Keeping on top of your oral health

How to avoid expensive dental treatments.

World Oral Health Day has just passed again, which means that we thought it would be time to turn the spotlight onto one of our most important physical health indicators: our teeth and gums.

Oral health is increasingly important as we get older, to ensure that you keep your own teeth and gums as healthy as possible, and take good care of any bridges, dentures, etc., to prevent them falling into disrepair.

What should I be doing differently as I get older?

Continue a preventative dentistry regime

DentistThe most important thing that you can do to keep your teeth and gums in good shape as you get older is something that you already should have been doing for the rest of your life:

  • Brushing with a fluoride toothpaste twice a day
  • Flossing daily
  • Going for regular check ups and cleaning at the dentist, generally around every 3-6 months

You should also take care of what you are eating, with not too many sugars, drink plenty of water, and avoid smoking and tobacco products.

This can help to avoid cavities, enamel wear, and gum disease, the most common oral ailments.

Don’t ignore a dry mouth

A dry mouth isn’t just a part of getting older, it is something where the root cause should be determined and a treatment plan put in place. A dry mouth can be caused by:

  • Medicine interactions, such as from antihistamines, medicines for depression and anxiety, and others like obesity and acne
  • Diseases, such as diabetes, Parkinson’s and Alzheimer’s
  • Medical treatments, such as chemotherapy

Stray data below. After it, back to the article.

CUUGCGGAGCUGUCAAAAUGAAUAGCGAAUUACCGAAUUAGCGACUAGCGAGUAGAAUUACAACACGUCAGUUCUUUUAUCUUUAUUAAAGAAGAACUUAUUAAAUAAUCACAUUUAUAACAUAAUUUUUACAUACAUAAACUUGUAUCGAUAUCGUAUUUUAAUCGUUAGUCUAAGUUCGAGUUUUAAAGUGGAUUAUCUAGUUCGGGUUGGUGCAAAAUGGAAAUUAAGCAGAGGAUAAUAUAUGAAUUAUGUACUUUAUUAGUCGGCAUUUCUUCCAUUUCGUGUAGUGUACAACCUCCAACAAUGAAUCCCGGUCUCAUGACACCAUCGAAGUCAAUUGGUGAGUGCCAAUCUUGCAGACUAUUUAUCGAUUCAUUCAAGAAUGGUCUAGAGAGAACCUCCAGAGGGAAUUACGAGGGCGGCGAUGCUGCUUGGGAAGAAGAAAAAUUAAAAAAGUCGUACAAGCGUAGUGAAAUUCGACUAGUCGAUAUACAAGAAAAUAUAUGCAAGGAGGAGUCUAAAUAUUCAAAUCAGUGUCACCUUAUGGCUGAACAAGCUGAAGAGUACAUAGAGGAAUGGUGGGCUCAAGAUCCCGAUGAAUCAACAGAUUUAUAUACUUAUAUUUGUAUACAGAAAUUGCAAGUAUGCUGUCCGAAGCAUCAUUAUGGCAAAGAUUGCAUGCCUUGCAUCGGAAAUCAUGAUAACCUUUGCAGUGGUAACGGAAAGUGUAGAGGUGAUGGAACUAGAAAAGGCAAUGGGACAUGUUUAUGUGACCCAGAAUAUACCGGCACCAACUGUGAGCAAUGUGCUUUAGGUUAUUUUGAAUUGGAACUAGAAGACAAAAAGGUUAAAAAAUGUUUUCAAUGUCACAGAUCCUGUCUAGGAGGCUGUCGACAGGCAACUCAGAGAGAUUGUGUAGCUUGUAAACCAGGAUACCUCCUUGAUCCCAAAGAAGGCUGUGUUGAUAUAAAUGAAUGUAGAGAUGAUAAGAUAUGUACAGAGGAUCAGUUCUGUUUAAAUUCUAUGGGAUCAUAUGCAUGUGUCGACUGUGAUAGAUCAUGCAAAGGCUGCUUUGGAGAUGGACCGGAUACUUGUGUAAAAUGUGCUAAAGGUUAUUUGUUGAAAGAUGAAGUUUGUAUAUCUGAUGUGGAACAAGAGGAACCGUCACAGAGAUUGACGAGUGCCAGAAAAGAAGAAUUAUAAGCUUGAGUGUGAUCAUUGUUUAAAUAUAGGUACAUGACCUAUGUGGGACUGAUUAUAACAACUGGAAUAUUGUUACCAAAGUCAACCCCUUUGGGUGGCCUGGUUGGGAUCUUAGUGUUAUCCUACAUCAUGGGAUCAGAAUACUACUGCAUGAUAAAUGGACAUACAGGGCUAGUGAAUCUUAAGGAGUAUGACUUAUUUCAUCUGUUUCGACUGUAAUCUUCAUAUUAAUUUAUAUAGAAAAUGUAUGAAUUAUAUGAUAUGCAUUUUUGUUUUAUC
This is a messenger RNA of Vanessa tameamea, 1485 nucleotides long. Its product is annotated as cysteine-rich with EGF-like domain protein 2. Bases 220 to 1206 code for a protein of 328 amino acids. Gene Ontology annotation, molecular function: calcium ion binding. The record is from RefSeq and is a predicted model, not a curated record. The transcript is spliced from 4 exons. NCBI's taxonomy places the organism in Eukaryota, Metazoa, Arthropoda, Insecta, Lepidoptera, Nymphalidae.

Check with your doctor to determine the underlying cause of your dry mouth, and then treat with mouth lubricants and sprays, or sugarless gum. You may also be encouraged to try other medications if this is an option.

Be wary of oral cancer

smile10565120_10152599602272002_3182133835054482354_nAs you get older, your chances of cancer increase. While oral cancers are not one of the most common forms of cancer, it is still important to be aware that this is a risk, particularly in those who have smoked.

Any strange changes in your mouth or throat should be monitored, and reported to your doctor if they last for longer than a couple of weeks.

The most important thing to remember when it comes to your oral health is to not ignore any changes in your mouth. This may be from lumps, ongoing abscesses, strange feelings, or pain. With proper maintenance and monitoring, you can keep your teeth and gums healthy, and catch any issues before they take hold.

If it’s been a while between dentist visits, then make sure to book in your next appointment to keep your mouth in tip top shape